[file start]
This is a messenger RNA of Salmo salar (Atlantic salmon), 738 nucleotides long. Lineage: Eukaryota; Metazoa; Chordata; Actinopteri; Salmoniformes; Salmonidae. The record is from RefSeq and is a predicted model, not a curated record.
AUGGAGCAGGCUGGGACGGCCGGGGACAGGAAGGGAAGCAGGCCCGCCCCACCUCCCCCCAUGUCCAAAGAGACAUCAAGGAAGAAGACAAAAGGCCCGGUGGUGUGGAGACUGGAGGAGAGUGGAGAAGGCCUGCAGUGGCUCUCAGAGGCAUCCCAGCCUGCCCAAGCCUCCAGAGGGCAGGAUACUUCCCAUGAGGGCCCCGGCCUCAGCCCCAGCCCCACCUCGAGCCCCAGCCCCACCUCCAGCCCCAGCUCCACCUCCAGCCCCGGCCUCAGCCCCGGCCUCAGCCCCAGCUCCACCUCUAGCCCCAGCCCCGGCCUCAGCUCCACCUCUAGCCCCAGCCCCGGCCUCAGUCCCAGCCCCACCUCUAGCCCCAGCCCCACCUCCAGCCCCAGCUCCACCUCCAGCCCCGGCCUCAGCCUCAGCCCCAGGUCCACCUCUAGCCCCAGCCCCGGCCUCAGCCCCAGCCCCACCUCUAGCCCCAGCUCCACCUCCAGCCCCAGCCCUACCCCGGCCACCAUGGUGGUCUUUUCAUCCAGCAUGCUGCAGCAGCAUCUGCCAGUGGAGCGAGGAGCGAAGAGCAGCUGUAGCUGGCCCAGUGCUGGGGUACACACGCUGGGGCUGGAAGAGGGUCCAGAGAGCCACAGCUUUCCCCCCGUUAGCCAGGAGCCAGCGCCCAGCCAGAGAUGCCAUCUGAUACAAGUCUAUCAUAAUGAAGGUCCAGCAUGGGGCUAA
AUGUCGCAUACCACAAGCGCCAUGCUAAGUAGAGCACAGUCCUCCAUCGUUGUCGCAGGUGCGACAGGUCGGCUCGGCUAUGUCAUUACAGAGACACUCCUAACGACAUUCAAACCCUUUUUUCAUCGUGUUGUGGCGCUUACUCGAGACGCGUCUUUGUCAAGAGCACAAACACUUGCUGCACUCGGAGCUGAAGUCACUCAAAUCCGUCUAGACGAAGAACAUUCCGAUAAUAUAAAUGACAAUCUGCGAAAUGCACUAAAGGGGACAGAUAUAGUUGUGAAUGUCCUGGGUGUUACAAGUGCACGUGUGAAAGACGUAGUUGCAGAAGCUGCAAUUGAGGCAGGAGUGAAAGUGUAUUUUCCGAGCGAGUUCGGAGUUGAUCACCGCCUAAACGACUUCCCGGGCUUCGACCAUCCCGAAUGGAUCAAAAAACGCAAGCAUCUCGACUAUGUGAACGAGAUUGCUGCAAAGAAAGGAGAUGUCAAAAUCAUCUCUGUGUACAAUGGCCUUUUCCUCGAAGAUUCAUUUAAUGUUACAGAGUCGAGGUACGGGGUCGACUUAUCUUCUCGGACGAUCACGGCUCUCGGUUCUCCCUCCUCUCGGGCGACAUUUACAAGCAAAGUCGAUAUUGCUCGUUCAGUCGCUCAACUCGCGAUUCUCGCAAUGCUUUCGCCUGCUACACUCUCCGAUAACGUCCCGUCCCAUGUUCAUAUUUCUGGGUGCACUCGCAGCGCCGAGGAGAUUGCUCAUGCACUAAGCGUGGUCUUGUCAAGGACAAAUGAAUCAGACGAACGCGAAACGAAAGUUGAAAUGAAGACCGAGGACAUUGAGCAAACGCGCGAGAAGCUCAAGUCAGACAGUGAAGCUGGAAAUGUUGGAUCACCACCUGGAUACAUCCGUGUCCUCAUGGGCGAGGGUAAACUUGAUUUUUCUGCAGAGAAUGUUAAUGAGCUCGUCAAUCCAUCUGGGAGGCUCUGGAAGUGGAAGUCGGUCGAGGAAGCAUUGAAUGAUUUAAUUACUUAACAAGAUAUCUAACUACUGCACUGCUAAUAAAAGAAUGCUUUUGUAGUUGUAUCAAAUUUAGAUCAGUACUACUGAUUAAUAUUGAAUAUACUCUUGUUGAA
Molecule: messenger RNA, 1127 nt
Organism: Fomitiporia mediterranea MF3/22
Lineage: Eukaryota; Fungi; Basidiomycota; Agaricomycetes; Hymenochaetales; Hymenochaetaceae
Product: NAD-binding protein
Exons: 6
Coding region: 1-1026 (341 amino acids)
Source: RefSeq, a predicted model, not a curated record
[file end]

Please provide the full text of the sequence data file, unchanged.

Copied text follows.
This is a messenger RNA of Salmo salar (Atlantic salmon), 738 nucleotides long. Lineage: Eukaryota; Metazoa; Chordata; Actinopteri; Salmoniformes; Salmonidae. The record is from RefSeq and is a predicted model, not a curated record.
AUGGAGCAGGCUGGGACGGCCGGGGACAGGAAGGGAAGCAGGCCCGCCCCACCUCCCCCCAUGUCCAAAGAGACAUCAAGGAAGAAGACAAAAGGCCCGGUGGUGUGGAGACUGGAGGAGAGUGGAGAAGGCCUGCAGUGGCUCUCAGAGGCAUCCCAGCCUGCCCAAGCCUCCAGAGGGCAGGAUACUUCCCAUGAGGGCCCCGGCCUCAGCCCCAGCCCCACCUCGAGCCCCAGCCCCACCUCCAGCCCCAGCUCCACCUCCAGCCCCGGCCUCAGCCCCGGCCUCAGCCCCAGCUCCACCUCUAGCCCCAGCCCCGGCCUCAGCUCCACCUCUAGCCCCAGCCCCGGCCUCAGUCCCAGCCCCACCUCUAGCCCCAGCCCCACCUCCAGCCCCAGCUCCACCUCCAGCCCCGGCCUCAGCCUCAGCCCCAGGUCCACCUCUAGCCCCAGCCCCGGCCUCAGCCCCAGCCCCACCUCUAGCCCCAGCUCCACCUCCAGCCCCAGCCCUACCCCGGCCACCAUGGUGGUCUUUUCAUCCAGCAUGCUGCAGCAGCAUCUGCCAGUGGAGCGAGGAGCGAAGAGCAGCUGUAGCUGGCCCAGUGCUGGGGUACACACGCUGGGGCUGGAAGAGGGUCCAGAGAGCCACAGCUUUCCCCCCGUUAGCCAGGAGCCAGCGCCCAGCCAGAGAUGCCAUCUGAUACAAGUCUAUCAUAAUGAAGGUCCAGCAUGGGGCUAA
AUGUCGCAUACCACAAGCGCCAUGCUAAGUAGAGCACAGUCCUCCAUCGUUGUCGCAGGUGCGACAGGUCGGCUCGGCUAUGUCAUUACAGAGACACUCCUAACGACAUUCAAACCCUUUUUUCAUCGUGUUGUGGCGCUUACUCGAGACGCGUCUUUGUCAAGAGCACAAACACUUGCUGCACUCGGAGCUGAAGUCACUCAAAUCCGUCUAGACGAAGAACAUUCCGAUAAUAUAAAUGACAAUCUGCGAAAUGCACUAAAGGGGACAGAUAUAGUUGUGAAUGUCCUGGGUGUUACAAGUGCACGUGUGAAAGACGUAGUUGCAGAAGCUGCAAUUGAGGCAGGAGUGAAAGUGUAUUUUCCGAGCGAGUUCGGAGUUGAUCACCGCCUAAACGACUUCCCGGGCUUCGACCAUCCCGAAUGGAUCAAAAAACGCAAGCAUCUCGACUAUGUGAACGAGAUUGCUGCAAAGAAAGGAGAUGUCAAAAUCAUCUCUGUGUACAAUGGCCUUUUCCUCGAAGAUUCAUUUAAUGUUACAGAGUCGAGGUACGGGGUCGACUUAUCUUCUCGGACGAUCACGGCUCUCGGUUCUCCCUCCUCUCGGGCGACAUUUACAAGCAAAGUCGAUAUUGCUCGUUCAGUCGCUCAACUCGCGAUUCUCGCAAUGCUUUCGCCUGCUACACUCUCCGAUAACGUCCCGUCCCAUGUUCAUAUUUCUGGGUGCACUCGCAGCGCCGAGGAGAUUGCUCAUGCACUAAGCGUGGUCUUGUCAAGGACAAAUGAAUCAGACGAACGCGAAACGAAAGUUGAAAUGAAGACCGAGGACAUUGAGCAAACGCGCGAGAAGCUCAAGUCAGACAGUGAAGCUGGAAAUGUUGGAUCACCACCUGGAUACAUCCGUGUCCUCAUGGGCGAGGGUAAACUUGAUUUUUCUGCAGAGAAUGUUAAUGAGCUCGUCAAUCCAUCUGGGAGGCUCUGGAAGUGGAAGUCGGUCGAGGAAGCAUUGAAUGAUUUAAUUACUUAACAAGAUAUCUAACUACUGCACUGCUAAUAAAAGAAUGCUUUUGUAGUUGUAUCAAAUUUAGAUCAGUACUACUGAUUAAUAUUGAAUAUACUCUUGUUGAA
Molecule: messenger RNA, 1127 nt
Organism: Fomitiporia mediterranea MF3/22
Lineage: Eukaryota; Fungi; Basidiomycota; Agaricomycetes; Hymenochaetales; Hymenochaetaceae
Product: NAD-binding protein
Exons: 6
Coding region: 1-1026 (341 amino acids)
Source: RefSeq, a predicted model, not a curated record